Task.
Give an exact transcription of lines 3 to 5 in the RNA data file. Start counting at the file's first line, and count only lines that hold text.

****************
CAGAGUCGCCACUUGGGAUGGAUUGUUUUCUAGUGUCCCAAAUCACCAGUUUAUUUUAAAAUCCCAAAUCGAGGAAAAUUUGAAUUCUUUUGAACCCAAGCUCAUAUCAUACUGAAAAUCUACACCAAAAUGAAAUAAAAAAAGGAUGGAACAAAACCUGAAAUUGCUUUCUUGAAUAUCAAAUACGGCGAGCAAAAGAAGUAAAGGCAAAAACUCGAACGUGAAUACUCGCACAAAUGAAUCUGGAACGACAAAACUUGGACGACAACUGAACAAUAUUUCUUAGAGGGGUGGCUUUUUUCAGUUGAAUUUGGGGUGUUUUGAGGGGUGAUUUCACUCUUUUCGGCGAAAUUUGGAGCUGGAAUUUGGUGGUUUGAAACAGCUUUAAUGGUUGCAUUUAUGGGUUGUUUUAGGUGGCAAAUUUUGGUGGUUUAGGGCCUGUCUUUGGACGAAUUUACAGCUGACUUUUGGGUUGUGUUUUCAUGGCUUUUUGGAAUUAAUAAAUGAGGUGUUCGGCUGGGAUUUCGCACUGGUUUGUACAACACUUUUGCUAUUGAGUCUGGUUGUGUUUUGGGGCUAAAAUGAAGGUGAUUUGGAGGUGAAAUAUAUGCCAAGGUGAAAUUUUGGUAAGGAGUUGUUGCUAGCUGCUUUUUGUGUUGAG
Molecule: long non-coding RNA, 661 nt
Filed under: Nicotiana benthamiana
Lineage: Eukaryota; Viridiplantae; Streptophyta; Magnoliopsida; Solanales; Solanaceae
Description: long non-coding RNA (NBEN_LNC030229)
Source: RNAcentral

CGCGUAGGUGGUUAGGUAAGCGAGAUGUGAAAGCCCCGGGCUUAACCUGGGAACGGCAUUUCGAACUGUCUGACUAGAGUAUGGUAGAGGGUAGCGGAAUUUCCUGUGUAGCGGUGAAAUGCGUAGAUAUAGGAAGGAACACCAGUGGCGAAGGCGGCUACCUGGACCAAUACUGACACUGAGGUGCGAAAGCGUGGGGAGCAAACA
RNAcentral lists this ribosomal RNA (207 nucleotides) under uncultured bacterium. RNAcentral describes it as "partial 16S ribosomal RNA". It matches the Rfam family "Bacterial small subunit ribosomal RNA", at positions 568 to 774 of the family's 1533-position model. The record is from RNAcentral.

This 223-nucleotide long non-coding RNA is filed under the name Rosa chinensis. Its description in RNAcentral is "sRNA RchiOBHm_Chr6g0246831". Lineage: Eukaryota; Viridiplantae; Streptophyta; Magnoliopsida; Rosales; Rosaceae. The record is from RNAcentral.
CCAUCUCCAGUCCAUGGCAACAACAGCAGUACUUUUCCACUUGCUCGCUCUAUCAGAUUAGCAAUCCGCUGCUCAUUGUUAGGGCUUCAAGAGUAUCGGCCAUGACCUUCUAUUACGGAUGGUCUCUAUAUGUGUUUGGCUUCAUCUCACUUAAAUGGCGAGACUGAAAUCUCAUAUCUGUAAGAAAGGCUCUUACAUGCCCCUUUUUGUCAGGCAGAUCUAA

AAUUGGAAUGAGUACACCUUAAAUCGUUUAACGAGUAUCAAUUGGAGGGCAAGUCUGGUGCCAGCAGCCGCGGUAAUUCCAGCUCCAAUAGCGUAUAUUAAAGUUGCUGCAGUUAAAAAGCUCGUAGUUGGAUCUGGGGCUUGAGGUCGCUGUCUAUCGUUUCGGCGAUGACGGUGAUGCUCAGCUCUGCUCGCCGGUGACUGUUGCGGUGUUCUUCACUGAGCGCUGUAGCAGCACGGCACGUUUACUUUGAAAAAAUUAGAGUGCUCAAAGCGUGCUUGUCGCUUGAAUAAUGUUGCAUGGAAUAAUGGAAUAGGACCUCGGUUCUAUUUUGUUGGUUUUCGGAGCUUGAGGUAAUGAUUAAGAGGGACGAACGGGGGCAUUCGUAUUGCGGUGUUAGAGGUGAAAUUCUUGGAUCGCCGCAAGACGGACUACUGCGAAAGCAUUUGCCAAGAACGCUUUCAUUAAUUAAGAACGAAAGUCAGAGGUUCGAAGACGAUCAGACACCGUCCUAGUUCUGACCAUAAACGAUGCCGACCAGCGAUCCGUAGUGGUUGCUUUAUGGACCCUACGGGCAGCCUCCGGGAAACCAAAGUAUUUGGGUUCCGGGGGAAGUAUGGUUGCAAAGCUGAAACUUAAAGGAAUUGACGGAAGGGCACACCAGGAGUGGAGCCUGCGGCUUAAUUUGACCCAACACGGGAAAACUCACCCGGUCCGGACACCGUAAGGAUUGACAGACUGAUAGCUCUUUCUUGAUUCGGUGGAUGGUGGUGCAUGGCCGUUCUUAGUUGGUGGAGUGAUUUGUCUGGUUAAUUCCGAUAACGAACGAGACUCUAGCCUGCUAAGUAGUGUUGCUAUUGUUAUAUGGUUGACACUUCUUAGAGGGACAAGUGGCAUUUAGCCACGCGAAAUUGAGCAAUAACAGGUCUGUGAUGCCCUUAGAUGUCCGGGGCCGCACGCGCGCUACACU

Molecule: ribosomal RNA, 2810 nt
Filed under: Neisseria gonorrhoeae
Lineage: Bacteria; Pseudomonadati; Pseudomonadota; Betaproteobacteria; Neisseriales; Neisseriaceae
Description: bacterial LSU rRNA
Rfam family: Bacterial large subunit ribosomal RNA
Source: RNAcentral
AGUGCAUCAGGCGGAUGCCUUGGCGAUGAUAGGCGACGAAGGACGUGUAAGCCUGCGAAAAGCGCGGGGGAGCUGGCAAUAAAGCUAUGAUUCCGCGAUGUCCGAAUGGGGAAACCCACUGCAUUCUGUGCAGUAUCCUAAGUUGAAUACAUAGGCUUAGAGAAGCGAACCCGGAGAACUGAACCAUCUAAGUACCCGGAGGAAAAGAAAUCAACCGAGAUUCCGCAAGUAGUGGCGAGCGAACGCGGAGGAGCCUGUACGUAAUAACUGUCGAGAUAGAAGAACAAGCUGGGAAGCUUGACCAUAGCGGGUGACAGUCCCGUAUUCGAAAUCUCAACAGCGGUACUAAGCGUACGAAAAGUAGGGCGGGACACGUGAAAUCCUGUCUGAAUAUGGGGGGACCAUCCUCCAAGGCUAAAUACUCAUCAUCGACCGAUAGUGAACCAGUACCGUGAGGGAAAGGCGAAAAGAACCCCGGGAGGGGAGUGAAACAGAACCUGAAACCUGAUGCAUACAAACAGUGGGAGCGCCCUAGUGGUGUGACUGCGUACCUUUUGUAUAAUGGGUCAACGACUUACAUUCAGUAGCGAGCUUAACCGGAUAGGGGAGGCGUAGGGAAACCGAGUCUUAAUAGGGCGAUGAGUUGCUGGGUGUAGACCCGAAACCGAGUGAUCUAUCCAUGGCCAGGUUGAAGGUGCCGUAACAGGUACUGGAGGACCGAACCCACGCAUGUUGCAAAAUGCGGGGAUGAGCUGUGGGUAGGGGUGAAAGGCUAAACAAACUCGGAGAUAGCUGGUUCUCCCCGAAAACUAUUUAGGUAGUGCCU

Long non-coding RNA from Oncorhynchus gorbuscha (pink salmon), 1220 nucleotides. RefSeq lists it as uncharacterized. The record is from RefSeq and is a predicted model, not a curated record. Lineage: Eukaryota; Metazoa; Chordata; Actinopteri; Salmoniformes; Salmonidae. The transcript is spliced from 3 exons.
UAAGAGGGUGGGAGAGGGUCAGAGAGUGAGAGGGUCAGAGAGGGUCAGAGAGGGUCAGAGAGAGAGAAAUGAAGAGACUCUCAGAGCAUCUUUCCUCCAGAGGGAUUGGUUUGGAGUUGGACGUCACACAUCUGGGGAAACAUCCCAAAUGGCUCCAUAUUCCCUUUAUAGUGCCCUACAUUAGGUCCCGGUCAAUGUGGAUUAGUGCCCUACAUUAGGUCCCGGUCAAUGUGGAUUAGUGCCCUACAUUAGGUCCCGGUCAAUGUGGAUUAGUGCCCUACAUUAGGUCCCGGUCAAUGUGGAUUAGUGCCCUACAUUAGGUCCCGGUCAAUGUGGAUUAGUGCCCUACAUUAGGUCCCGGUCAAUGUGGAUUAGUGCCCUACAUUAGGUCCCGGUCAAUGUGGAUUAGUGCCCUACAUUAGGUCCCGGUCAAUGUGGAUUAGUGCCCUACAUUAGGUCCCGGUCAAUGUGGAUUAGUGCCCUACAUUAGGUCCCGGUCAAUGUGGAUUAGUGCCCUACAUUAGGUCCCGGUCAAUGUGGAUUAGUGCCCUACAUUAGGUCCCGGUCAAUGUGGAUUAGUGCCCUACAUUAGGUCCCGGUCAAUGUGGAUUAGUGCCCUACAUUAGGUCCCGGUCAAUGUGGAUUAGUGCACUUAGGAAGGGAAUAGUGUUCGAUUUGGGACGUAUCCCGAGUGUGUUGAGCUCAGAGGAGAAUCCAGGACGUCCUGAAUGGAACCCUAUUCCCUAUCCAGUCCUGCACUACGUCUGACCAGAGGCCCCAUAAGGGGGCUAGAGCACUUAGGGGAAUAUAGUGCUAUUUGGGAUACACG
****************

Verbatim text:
Filed under: Nicotiana benthamiana
Lineage: Eukaryota; Viridiplantae; Streptophyta; Magnoliopsida; Solanales; Solanaceae
Description: long non-coding RNA (NBEN_LNC030229)